I noticed this the other day. Walking down the stairs and turning to go out the front door, there she was, as if she’d casually leaned over and looked out from the side of the bookshelf to gaze at me.
This photo of Carson McCullers is from the back of her sixth book, Clock Without Hands, published in 1961, twenty-one years after her acclaimed first novel, The Heart Is a Lonely Hunter. I’ve read the latter, as well as McCullers’ The Member of the Wedding and The Ballad of the Sad Café, but not the former, even though it’s sitting on my bookshelf.
I purchased my copy of Clock Without Hands — a first edition — because the dust jacket is pristine, and it’s tough to find a first edition dust jacket in such fine condition. A circle is cut out of the center of it, framing the title and emulating a clock, and that makes the dust jacket fragile. It’s typically damaged.
Clock Without Hands got panned by The New York Times in a review on September 17, 1961. The critic regarded it as less successful than McCullers’ earlier books and said the most “disturbing” quality “is the lethargic flatness of the prose.” The story summary from the dust jacket’s inner flap of my edition says: “Here is a book which faces directly the overwhelming question of good and evil and reaffirms our faith in the dignity of life. J. T. Malone, the unwilling hero of this powerful novel, is engaged in an inner struggle that parallels his impending death. Through extreme moral suffering he discovers the greatest danger is not death but the loss of one’s own self in life, and because of a decision of conscience, he acts and finds himself.”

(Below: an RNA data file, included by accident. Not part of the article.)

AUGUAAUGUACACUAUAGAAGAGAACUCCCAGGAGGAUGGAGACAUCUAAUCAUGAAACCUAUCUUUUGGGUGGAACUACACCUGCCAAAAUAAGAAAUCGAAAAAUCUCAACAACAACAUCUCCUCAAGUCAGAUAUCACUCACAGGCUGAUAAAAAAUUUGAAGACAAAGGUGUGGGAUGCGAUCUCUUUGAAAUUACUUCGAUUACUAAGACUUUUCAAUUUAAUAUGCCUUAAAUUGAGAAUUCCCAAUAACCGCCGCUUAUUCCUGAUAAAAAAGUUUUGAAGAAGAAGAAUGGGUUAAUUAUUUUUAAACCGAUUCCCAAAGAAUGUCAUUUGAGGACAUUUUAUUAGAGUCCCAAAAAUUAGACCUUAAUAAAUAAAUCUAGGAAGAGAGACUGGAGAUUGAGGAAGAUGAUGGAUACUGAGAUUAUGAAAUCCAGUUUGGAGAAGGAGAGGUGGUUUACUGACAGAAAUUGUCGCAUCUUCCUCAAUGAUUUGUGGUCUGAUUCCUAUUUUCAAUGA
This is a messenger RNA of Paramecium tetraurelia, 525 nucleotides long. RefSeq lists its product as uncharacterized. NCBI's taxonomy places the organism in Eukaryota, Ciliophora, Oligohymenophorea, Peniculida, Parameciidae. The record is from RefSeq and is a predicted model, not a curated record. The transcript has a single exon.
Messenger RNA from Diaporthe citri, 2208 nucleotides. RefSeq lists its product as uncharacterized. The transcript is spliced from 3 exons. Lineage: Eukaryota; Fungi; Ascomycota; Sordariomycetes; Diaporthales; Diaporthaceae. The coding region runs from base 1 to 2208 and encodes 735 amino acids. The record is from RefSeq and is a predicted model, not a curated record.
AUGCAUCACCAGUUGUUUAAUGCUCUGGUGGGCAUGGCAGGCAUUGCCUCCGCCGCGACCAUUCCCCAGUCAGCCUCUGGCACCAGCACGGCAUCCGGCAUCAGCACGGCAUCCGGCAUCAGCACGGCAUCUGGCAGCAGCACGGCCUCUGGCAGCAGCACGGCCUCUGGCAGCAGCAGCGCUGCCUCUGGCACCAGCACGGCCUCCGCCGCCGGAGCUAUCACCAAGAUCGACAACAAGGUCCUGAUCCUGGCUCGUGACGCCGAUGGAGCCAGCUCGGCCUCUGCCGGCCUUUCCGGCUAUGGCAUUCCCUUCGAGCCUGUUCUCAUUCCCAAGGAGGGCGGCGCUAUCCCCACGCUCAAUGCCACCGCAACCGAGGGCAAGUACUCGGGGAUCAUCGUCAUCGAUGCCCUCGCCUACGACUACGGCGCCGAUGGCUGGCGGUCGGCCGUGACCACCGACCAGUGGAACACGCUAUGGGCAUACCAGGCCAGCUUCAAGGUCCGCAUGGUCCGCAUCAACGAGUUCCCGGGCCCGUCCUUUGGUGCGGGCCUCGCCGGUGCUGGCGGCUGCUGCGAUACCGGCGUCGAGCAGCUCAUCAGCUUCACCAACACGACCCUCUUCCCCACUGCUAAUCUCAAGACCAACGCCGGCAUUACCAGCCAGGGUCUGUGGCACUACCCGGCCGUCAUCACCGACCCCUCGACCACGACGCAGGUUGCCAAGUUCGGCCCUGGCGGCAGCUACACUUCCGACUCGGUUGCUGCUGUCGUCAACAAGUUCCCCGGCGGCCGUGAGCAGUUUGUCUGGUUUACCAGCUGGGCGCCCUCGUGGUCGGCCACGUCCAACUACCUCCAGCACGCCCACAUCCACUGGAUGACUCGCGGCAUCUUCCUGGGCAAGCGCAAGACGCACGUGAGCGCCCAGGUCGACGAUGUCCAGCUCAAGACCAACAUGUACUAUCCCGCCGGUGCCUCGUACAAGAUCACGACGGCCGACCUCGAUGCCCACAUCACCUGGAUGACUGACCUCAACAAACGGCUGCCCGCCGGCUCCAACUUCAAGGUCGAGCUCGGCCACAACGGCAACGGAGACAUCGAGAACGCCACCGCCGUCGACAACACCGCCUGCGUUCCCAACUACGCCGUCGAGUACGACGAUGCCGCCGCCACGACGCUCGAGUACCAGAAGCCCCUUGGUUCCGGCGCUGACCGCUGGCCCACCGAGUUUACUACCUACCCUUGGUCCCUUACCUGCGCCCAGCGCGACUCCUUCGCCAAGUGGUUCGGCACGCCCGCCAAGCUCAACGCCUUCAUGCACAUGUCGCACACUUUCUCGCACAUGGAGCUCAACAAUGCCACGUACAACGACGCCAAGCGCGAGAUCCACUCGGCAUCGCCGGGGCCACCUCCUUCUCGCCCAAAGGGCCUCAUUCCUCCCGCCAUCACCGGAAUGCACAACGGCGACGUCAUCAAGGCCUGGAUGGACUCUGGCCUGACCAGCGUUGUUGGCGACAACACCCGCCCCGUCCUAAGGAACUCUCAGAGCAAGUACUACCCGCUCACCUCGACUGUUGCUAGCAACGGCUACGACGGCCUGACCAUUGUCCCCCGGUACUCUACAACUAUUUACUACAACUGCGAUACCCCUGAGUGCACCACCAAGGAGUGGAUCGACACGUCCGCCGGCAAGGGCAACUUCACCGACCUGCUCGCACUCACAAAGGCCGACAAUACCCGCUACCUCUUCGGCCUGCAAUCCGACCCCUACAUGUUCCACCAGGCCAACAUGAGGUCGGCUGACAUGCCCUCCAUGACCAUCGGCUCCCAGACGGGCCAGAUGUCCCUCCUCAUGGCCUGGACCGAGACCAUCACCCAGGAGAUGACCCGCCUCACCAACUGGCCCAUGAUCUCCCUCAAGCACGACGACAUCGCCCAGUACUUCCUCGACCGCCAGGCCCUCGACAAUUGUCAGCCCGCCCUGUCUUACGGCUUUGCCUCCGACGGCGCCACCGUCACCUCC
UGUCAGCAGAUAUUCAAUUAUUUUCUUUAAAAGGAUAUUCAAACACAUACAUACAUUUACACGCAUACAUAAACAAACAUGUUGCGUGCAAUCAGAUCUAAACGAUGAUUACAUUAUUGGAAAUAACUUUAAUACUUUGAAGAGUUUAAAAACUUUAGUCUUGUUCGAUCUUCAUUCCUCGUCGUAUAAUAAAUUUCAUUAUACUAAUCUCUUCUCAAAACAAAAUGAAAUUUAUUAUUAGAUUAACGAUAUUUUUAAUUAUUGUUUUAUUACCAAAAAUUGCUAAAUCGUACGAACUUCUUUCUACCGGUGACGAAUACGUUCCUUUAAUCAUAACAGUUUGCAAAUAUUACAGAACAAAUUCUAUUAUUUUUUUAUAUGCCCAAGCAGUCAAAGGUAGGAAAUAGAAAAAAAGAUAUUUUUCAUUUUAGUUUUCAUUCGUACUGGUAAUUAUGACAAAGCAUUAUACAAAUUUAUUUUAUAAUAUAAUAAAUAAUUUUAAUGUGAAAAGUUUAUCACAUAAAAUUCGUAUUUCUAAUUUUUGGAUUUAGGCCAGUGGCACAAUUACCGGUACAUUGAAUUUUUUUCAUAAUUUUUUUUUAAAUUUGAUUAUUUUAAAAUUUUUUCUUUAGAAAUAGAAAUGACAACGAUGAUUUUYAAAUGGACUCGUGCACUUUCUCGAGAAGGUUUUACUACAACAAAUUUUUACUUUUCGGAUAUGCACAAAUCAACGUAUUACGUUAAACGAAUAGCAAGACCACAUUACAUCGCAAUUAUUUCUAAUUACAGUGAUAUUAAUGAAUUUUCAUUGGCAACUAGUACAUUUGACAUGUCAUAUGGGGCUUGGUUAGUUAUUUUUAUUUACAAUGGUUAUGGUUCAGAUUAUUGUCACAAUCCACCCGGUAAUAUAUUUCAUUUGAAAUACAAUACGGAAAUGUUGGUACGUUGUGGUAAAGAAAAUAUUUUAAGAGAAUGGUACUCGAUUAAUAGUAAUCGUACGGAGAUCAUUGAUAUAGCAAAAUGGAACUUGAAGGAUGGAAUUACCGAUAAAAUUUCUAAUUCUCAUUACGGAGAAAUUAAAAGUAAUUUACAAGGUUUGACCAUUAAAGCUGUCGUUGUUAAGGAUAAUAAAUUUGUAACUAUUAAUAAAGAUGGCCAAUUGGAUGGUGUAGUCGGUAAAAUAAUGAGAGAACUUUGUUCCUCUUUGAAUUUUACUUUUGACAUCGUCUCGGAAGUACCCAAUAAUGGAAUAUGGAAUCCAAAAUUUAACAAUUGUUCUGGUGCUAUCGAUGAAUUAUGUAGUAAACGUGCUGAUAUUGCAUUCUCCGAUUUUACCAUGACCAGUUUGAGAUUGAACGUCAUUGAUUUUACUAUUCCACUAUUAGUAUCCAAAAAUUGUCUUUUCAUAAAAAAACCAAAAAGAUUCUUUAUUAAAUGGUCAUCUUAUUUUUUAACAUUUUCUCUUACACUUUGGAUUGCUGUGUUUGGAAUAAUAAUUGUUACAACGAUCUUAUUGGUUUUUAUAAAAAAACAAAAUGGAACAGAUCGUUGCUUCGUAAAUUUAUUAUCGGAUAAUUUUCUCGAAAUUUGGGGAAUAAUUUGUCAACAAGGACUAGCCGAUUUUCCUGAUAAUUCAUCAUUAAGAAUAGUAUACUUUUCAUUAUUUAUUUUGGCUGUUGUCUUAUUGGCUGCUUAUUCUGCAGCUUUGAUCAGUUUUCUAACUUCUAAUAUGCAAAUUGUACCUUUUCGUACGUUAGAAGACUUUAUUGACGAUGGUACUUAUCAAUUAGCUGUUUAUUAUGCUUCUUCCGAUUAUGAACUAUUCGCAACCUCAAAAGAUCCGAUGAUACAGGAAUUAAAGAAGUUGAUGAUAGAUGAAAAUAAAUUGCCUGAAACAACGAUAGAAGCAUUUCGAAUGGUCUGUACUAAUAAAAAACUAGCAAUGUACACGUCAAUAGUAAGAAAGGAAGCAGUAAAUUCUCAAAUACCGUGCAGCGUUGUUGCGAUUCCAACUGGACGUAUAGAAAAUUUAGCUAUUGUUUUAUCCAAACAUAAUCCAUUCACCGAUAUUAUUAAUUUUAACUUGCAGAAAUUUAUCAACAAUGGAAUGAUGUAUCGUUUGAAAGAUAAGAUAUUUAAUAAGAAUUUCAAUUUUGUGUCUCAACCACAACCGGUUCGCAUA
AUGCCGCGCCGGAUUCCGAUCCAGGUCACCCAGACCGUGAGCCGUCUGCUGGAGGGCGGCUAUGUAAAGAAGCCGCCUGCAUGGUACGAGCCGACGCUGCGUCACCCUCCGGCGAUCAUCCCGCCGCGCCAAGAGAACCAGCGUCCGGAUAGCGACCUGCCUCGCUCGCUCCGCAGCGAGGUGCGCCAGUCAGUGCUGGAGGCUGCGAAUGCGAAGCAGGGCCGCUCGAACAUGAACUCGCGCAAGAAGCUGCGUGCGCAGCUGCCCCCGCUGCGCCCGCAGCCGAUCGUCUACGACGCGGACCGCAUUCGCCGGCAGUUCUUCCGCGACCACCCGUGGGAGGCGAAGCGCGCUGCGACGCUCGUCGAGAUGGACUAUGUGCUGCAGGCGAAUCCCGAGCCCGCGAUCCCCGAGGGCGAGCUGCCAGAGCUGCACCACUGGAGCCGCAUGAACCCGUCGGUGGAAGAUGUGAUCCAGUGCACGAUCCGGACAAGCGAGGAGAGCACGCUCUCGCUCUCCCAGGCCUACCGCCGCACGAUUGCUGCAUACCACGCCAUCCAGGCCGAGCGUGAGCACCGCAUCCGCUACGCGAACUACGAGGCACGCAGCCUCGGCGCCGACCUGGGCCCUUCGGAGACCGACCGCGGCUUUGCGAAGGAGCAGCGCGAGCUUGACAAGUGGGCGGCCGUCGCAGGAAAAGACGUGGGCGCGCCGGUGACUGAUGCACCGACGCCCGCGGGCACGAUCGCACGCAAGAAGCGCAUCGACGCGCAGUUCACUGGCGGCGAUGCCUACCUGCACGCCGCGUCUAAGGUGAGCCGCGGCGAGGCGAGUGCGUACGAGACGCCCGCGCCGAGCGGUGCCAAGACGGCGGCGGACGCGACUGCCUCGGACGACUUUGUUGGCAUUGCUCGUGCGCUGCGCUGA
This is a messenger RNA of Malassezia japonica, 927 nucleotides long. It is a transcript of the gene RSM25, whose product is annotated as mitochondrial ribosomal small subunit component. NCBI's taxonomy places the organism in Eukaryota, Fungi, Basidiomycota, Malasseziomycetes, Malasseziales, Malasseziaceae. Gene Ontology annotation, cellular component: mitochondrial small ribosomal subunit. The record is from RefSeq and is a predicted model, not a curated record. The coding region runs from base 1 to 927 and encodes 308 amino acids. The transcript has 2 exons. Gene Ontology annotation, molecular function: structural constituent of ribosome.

I’m not inclined to read Clock Without Hands, being it’s not one of McCullers’ best, but I’ve been thinking lately to re-read The Heart Is a Lonely Hunter. It’s a recurring thought that existed before I noticed McCullers leaning over and having a look beyond the bookshelf. I read the acclaimed classic long ago in a college lit class, and I don’t remember much of it beyond scenes from the movie flickering in and out of memory. Perhaps it’s time to get to it, what with those watchful eyes. Either that or I move Clock Without Hands to another bookcase.